Two American astronauts have splashed down, as the first commercial crewed mission to the International Space Station returned to Earth.
The SpaceX Dragon Capsule carrying Doug Hurley and Bob Behnken came down in the Gulf of Mexico just south of Pensacola on Florida's Gulf coast.
A recovery vessel moved in to pick up the vehicle and extricate the men.
The touchdown marks the first crewed US water landing since the final outing of an Apollo command module 45 years ago.
Hurley's and Behnken's capsule hit the water at about 14:48 EDT (19:48 BST; 18:48 GMT).
Private boats which came close to the Dragon were asked to leave amid concern over hazardous chemicals venting from the capsule's propulsion system.
Nasa administrator Jim Bridenstine said the presence of the boats "was not what we were anticipating".
"What is not common is having passersby approach the vehicle close range with nitrogen tetroxide in the atmosphere; that's not something that is good," he said. "And we need to make sure that we're warning people not to get close to the spacecraft in the future."
Photos of the boats were shared on social media.
It wasn't just the long lens. The private boats were damn close to Dragon in the water. pic.twitter.com/XROoNoHpqs— Eric Berger (@SciGuySpace) August 3, 2020
"It's truly our honour and privilege," said Hurley as the astronauts arrived home.
"On behalf of the SpaceX and Nasa teams, welcome back to Planet Earth. Thanks for flying SpaceX," SpaceX mission control responded.
President Donald Trump - who attended the capsule's launch on 30 May - hailed its safe return.
"Thank you to all!" he tweeted. "Great to have NASA Astronauts return to Earth after very successful two month mission."
"No matter where you are on planet Earth, this is a good thing."@SpaceX CEO @ElonMusk reflects on the success of the #LaunchAmerica mission and what it means for commercial space capability: pic.twitter.com/qYjBRd2GPO— NASA (@NASA) August 3, 2020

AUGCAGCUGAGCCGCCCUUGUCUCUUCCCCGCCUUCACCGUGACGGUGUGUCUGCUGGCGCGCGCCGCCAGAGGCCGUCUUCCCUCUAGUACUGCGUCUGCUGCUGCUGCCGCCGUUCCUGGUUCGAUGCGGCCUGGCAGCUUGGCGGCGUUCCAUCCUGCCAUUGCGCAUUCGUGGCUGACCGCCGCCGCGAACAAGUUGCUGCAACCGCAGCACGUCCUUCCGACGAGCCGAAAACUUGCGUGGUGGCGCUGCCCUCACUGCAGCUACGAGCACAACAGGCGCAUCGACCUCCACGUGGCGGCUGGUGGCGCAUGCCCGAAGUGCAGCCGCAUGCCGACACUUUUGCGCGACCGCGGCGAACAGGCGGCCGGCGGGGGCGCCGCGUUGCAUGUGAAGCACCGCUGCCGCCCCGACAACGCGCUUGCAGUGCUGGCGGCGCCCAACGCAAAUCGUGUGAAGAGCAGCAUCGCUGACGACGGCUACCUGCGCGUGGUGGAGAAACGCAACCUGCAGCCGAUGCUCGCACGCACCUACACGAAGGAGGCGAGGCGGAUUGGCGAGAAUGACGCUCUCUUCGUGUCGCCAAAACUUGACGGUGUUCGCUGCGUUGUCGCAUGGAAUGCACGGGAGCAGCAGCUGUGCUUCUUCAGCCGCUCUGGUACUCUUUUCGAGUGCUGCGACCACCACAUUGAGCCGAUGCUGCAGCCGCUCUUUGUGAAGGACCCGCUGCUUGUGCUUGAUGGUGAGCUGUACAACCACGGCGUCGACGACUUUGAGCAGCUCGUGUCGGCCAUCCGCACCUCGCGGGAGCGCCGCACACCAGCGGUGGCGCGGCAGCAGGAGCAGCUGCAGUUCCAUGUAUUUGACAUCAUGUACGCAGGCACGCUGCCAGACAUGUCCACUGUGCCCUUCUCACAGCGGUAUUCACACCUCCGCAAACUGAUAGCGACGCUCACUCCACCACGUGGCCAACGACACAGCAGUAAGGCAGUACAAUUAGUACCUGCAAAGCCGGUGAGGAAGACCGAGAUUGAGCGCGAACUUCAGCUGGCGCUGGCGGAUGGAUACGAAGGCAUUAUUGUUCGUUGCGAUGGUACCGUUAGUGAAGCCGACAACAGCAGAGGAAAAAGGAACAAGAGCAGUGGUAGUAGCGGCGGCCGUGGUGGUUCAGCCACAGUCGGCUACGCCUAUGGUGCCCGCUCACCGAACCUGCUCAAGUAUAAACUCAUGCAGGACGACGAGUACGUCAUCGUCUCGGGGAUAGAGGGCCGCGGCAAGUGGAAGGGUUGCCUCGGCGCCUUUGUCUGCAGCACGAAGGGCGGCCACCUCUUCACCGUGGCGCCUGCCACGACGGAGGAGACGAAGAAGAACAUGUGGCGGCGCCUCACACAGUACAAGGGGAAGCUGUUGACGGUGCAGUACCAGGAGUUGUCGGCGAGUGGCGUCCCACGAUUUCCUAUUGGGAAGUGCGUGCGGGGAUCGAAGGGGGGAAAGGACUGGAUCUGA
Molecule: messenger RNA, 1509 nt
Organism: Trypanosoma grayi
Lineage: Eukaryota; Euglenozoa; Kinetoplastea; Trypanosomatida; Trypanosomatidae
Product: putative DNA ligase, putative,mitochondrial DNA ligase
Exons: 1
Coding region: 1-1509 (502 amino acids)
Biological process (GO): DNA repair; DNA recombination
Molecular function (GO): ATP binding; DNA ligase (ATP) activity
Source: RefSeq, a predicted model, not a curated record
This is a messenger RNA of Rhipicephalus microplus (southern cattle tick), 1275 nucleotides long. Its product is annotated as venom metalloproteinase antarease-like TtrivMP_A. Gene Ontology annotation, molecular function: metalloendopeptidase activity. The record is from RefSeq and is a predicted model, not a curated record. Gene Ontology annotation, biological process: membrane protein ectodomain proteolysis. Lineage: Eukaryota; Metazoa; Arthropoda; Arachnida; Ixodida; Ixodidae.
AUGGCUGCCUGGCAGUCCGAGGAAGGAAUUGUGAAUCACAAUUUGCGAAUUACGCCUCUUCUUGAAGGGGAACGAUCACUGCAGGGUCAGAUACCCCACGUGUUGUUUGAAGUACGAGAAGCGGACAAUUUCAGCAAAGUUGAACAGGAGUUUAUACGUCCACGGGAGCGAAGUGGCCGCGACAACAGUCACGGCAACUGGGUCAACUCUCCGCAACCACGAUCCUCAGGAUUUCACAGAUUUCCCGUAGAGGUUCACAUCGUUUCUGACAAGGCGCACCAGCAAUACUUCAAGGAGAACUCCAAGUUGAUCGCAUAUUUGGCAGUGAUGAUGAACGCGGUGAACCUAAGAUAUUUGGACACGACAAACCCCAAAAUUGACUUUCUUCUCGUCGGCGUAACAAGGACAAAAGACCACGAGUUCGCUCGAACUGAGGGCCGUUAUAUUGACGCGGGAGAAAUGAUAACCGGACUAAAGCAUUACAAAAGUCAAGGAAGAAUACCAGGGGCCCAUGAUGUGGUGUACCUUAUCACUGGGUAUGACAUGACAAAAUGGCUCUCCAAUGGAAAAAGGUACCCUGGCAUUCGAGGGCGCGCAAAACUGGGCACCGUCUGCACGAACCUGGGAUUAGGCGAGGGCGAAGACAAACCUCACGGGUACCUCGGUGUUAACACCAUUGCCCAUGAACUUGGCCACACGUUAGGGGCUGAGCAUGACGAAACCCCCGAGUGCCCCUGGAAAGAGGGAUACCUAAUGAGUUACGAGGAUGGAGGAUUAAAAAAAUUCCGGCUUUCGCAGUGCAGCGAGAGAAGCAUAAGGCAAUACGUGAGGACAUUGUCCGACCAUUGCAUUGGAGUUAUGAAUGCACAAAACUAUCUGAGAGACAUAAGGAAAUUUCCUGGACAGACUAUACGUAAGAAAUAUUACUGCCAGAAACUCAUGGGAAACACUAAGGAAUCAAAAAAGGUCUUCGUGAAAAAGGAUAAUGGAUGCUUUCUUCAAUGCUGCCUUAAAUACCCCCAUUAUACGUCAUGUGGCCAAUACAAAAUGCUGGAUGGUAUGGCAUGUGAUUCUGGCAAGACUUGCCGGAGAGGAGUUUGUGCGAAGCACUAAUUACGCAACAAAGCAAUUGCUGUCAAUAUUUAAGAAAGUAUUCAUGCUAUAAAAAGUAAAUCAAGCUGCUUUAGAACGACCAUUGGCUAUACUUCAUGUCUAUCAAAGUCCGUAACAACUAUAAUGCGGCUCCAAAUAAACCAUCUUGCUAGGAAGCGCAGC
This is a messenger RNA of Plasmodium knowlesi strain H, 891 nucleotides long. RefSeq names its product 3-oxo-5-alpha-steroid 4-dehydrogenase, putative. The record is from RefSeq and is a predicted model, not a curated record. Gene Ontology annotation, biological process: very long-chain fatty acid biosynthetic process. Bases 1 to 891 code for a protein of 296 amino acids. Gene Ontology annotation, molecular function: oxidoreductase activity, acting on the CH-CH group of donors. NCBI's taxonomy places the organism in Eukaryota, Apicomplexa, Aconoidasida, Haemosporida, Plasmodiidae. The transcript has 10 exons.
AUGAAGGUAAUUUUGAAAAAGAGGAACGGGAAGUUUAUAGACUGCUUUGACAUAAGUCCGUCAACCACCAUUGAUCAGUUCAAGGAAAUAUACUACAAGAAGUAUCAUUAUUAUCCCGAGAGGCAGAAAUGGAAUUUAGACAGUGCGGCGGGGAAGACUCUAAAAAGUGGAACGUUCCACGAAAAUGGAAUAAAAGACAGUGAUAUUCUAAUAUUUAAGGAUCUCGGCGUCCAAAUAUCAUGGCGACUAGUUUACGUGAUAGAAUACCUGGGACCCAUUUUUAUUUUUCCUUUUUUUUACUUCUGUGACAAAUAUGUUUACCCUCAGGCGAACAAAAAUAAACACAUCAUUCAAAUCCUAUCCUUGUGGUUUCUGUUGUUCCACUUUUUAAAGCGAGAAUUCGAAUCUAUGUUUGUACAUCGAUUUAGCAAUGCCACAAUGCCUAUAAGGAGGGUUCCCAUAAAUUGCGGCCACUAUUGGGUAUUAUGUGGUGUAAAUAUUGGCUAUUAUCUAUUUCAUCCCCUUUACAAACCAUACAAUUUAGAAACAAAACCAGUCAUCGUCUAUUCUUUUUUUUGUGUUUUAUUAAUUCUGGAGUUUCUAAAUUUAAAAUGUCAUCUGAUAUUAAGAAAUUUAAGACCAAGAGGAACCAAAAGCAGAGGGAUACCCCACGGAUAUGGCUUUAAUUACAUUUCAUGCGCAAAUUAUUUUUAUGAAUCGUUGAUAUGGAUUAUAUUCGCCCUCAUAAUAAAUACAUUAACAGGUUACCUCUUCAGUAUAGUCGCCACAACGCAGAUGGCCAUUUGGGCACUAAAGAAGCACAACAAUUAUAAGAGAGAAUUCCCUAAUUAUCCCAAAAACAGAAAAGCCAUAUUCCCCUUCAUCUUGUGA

Saving the government billions
The successful end to the crew's mission initiates a new era for the American space agency.
All its human transport needs just above the Earth will in future be purchased from private companies, such as SpaceX.
The government agency says contracting out to service providers in this way will save it billions of dollars that can be diverted to getting astronauts to the Moon, as part of its Artemis programme, and afterwards to Mars.
The Dragon capsule launched to the space station at the end of May on a Falcon 9 rocket, also supplied by SpaceX.
Hurley's and Behnken's mission served as an end-to-end demonstration of the astronaut "taxi service" the company, owned by tech entrepreneur Elon Musk, will be selling to Nasa from now on.
The Boeing corporation is also developing a crew capsule solution but has had to delay its introduction after encountering software problems on its Starliner vehicle.
The sight of the vehicle's four main parachutes floating down over the Gulf of Mexico was confirmation the spacecraft had survived its fiery descent through the atmosphere.
The parachutes then slowed the capsule from about 350mph (560km/h) to just roughly 15mph (7m/s) at splashdown.
Rigging was used to hoist the capsule out of the water and on to the recovery vessel. Technicians monitored "remnant vapours" around the spacecraft before the hatch was opened.
The men were checked over by medical staff before being flown to shore by helicopter.
The astronauts' Dragon capsule launched to the space station at the end of May on a Falcon 9 rocket, also supplied by SpaceX.
It will now be refurbished to fly again next year.
Mr Bridenstine lauded the efforts of everyone involved in Hurley's and Behnken's mission, and then spoke of his agency's shift in philosophy.
"We don't want to purchase, own and operate the hardware the way we used to," he said.
"We want to be one customer of many customers in a very robust commercial marketplace in low-Earth orbit. But we also want to have numerous providers that are competing against each other on cost and innovation and safety, and really create this virtuous cycle of economic development and capability."
Gwynne Shotwell, the president of SpaceX, added: "Today is a great day. We should celebrate what we all accomplished here, bringing Bob and Doug back, but we should also think about this as a springboard to doing even harder things with the Artemis programme. And then, of course, moving on to Mars."